I think I've got a responsibility to be home a little bit more, be available to my family a little bit more and do some things to help make our country better. I don't know what that is right now, but we'll see.
Our goal was to win, to win a Super Bowl, but also to win in the right way, to be role models to our community, to represent Indianapolis, the state of Indiana and the National Football League.
Did you know that nearly one in three children live apart from their biological dads? Those kids are two to three times more likely to grow up in poverty, to suffer in school, and to have health and behavioral problems.
You're born with some things inside you that will allow you to lead, but I think you have to take the bull by the horns. You have to want that leadership position, and then there are things you can do to develop that.
As big a deal as the Super Bowl is, it's not the most important thing going on in the planet.
I've always talked to players about perception and reality. I don't worry about perception. There may be some of that, that people want to attach to a good name, but the reality is that some good things can happen.
If people didn't know me and only knew my public persona, what I'd want them to know is everything that I do, I do for the Glory of Lord. Because of my Christian faith, that's who I am. I wasn't always that way, but I'm very proud that I am.
You may not win the Super Bowl. Your kids may not go on to be doctors and lawyers and everything may not go perfectly. That doesn't mean it was a bad plan or the wrong thing. It's just like a football season. Everything's not going to go perfect.
When Jim Irsay called me five years ago, he told me, 'I want you to be our coach and help us win the Super Bowl.' He told me, 'We are going win it the right way. We are going to win it with great guys; win it with class and dignity. We are going to win it in a way that will make Indianapolis proud.'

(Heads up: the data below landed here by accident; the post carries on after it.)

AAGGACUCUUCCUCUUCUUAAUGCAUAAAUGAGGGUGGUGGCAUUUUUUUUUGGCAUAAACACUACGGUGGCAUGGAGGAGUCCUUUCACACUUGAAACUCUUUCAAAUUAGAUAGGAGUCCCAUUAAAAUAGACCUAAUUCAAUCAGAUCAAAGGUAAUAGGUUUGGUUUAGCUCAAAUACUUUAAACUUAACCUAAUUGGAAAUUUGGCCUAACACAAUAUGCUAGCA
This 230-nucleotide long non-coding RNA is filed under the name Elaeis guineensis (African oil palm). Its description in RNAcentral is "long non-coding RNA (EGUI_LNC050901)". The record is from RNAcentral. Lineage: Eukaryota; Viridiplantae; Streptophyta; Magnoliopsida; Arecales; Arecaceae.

As humans, we don't know what we should do. We don't have those instincts like God has given animals. We have to see to know where we are going. It is just a natural human emotion to look for people to emulate.
Avoidance doesn’t solve anything; it merely serves as a temporary salve.
I know when I was an assistant coach and I started interviewing for head coaching jobs, I actually lost out on many jobs, several jobs, and the complaint that I got was, 'Well, he doesn't fit the mold of a head coach. He doesn't look the part. He's not gonna jump up and down. He's not going to scream.'
I learned from Chuck Noll in Pittsburgh that speed and explosiveness on defense is the way to build a team. Both are difficult for your opponent to assimilate in practice and then in games it is even harder to match.
My parents had a strong impact on who I am today. My mother and dad both encouraged us to think about the long term - where you wanted to be - to think about education, to think about what is right and what is wrong, and to do things that will help you in the long run.
What did you have the potential to do? And if you came close to that, if you maximized that, then you were a success in God's eyes. So many of us do things that the world would say is successful, but we have so much more potential.
I was with All Pro Dad, and I was coaching. People recognized me as a coach. They might see my face and say, 'What's going on there, is that something with the Colts or the Buccaneers?' Then they realize, 'This is something with my kids; let me explore.' So I think that helped, that name recognition.
All Pro Dad is an organization that started down in Tampa in 1997. And it was just a group of us who felt like we weren't doing as good a job as our fathers did in connecting with kids and being there and being involved in their lives, working and coaching and spending all the time we had to. We just felt badly.
Football was really my least favorite sport and the last sport that I ended up picking up as a kid. My dad started me off with baseball, which most kids did at that time. I really enjoyed basketball. That was my favorite sport.